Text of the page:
Foils are our grip on the water - make them big.

    cheers

    Phil
     
  6. catsketcher
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    catsketcher Senior Member

    High aspect

    Hello again

    While I am in a run - about high aspect - don't go there - bad news for cruising boats in rough water - be afraid.

    Sailed a (then) new 32 ft cat with incredibly high aspect rudders and foils. The designer tried them out, using someone else's money, and I was testing the boat for a magazine. This thing looked fast but was untenable.

    I couldn't keep it on a straight line and couldn't tack it, the builder couldn't tack it and the owner coudn't tack it. We had to reef it to tack with me backing the jib to windward. We were so slow in this go fast boat we were got flogged by the slowest roomaran.

    High aspect stalls easily and you should never stall a cruisert- I would stay normal aspect - 2:1 or similar for good performance at stall and in rough water. Don't get seduced by lab figures for a normal rough water cruising boat.

    When I think foils I think tread on tyres. A cruiser is like a 4 wheel drive - you need lots of grip for when the bad things happen - racers use slicks. Tread is like more area.

    cheers

    Phil
     
  7. Fanie
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    Fanie Fanie

    Hi Phil, I like your thinking.

    I was looking at some pics on a cat with the boards and rudders stuck out underneath and I was wondering if they are going to work. It looks like this massive aeroplane and these small slim wings on the side which would only work if you have looots of driving power.

    Mostly the weather would be fair to mild and I think that's what one should cater for.
     
  8. JCD
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    JCD Follow the Bubbles!

    Hello Phil,

    I would first ask what is considered high aspect and then would agree that extreme high aspect is not good. I like to see an AR of 3 on the daggers and probably the same on the rudders and think it's a good compromise for a wide range of designs and Lwl's, but not really less than 2.5. Again, this is IMO and I have a weird enough way to design their sizes anyway.

    As far as stalling high aspect boards...I agree 100%. No motion, big trouble. However, many designers today have sort of walked away from simple little things like giving the daggers 2 degrees toe in to generate extra lift at slower speeds and greater angles to the wind and instead they just place the daggers inline with the center line.

    A lot of trouble to design and build an entire vessel and then it's too much trouble to design and build 2 degrees toe in? Go figure.

    Thanks
    J:cool:
     
  9. Manie B
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    Manie B Senior Member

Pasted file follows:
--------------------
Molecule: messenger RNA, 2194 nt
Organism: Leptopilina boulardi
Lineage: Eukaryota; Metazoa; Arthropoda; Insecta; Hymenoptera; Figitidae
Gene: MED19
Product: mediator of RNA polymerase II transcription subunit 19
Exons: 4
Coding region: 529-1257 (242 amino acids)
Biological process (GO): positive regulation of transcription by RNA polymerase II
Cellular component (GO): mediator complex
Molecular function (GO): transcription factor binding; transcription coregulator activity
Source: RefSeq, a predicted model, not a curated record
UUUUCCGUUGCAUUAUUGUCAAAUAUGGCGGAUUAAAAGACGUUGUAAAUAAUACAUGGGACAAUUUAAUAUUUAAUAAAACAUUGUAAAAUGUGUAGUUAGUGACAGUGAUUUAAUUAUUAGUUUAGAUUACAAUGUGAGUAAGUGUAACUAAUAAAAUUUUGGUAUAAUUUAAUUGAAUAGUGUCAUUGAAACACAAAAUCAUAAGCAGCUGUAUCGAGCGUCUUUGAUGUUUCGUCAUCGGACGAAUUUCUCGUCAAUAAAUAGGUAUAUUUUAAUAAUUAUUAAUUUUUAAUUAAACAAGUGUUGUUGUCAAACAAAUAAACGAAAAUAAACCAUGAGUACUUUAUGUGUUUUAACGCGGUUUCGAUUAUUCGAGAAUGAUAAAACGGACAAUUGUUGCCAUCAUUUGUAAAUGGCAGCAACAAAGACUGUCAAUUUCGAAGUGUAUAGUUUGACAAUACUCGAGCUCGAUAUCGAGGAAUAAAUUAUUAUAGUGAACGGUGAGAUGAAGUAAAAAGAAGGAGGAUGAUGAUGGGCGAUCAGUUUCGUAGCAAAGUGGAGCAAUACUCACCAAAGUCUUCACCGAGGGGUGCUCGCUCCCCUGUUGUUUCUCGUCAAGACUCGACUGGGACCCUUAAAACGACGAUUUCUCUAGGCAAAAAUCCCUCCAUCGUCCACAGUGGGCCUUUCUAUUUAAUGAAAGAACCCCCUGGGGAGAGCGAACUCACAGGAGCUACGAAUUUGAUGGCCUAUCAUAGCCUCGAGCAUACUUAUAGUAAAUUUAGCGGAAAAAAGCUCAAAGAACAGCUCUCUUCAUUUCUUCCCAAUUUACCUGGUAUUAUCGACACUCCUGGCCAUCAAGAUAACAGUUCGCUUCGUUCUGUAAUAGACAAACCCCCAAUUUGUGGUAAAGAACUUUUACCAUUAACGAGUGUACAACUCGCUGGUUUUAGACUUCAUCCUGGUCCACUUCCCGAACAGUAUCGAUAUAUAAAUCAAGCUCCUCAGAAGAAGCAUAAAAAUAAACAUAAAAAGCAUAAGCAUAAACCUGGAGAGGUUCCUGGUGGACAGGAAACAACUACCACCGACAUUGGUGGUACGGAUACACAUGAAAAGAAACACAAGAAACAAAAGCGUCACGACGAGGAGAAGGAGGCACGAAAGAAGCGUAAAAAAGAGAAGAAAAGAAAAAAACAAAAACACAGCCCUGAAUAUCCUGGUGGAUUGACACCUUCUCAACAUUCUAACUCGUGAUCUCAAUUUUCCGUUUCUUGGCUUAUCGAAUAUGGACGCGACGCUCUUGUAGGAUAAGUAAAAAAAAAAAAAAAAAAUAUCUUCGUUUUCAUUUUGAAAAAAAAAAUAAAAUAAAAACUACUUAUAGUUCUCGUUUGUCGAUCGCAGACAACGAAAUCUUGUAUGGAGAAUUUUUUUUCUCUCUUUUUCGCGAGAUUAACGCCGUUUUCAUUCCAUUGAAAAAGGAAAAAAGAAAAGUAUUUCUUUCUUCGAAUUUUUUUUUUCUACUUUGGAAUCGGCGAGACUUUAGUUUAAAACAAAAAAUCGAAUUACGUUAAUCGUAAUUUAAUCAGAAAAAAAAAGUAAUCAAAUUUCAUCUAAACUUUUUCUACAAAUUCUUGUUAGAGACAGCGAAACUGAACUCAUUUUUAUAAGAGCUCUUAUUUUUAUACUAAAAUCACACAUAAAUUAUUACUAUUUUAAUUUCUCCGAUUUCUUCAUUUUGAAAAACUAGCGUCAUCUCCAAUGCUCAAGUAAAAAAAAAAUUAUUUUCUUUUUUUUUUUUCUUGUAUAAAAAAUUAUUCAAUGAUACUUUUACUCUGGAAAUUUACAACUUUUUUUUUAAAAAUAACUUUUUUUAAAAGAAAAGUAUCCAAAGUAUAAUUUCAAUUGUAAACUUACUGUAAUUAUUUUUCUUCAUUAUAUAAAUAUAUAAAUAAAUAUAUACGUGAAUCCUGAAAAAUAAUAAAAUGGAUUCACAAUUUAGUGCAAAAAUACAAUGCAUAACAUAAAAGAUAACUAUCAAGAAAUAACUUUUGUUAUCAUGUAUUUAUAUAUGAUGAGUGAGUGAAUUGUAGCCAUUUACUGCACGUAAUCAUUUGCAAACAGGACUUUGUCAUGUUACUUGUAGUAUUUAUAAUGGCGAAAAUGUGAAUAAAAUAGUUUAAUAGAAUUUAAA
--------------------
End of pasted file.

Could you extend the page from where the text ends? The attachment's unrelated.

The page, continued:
Terho you have helped and educated me lot - THANKS

    What allowances are made for the bridge deck in this program, is it included as part of the general picture for a bridge deck cat?

    The bridge (wet) deck clearance is clearly stated as 6% Lwl which is good because there is a figure that can be worked with, which ends up being 500mm to 650mm anyway.

    Usually the bridge deck is approx 2m high and 3m wide and 4 maybe 5m long on average for small cats = 30 / 35 ft

    Could the design wind speed "Vawk" also somehow include a factor to indicate that your bridge deck could be too big / high for your cat, especially if the cat had to go smaller than 28ft per example.

    FBI and BAS are clearly defined on your drawing, i was hoping you could include something "there" for the cabin
    as we already have the 6% LwL

    would be nice????
     
  10. Richard Woods
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    Richard Woods Woods Designs

    I agree with Phil about board sizes and aspect ratios. What works in theory usually means it only works in flat water and at optimum speeds. In waves you go slower and the boat, and thus board, gets thrown around thus making it less efficient and easier to stall.

    I have experimented (with my money on my own boats) with high aspect foils and they aren't very successful in real sailing conditions. Having a board stall out on you is not good news.

    I have also tried trim tabs on boards, it's quite fun to be able to sail sideways!

    Aspect ratios are always less than ideal. Say you have an 8m boat. Board might be 900mm deep. A 3:1 AR means it is 300mm wide, and by implication 25mm thick. I'd be surprised if you could make one that thin strong enough, remember the lever will also increase with higher AR.

    On an 8m boat I'd use boards say 900mm long, 500mm wide and 35mm thick.

    As a guide use 3-5% of sail area for the boards, about half that for the rudders

    I hope this helps the discussion

    Richard Woods of Woods Designs

    www.sailingcatamarans.com
     
  11. terhohalme
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    terhohalme BEng Boat Technology

    Thanks Phil and Richard,

    I changed the daggerboard/rudder area ratio to be 2:1 as Richard suggested. My original thinking of the ratio 3:1 was from an analysis of some succesfull designs. The total area is quite near, what Richard says.

    The spreadsheet doesn't fix aspect ratio, user can choose it free. All the yellow areas are for user to change.


    Manie B,

    Have to leave something for the designer to decide...


    Terho
     

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  12. catsketcher
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    catsketcher Senior Member

    Wing loading

    In my rant yesterday I was trying to come up with the term aircraft designers use - it is wing loading.

    What they do is calculate the load the wing has to lift - the weight of the plane and then use figures on the lift characteristics of a foil and then alter the wing area to suit.

    Howard Hughes had his Hughes racer with two sets of wings. One set was larger for a long distance record and he had a small set for speed attempts.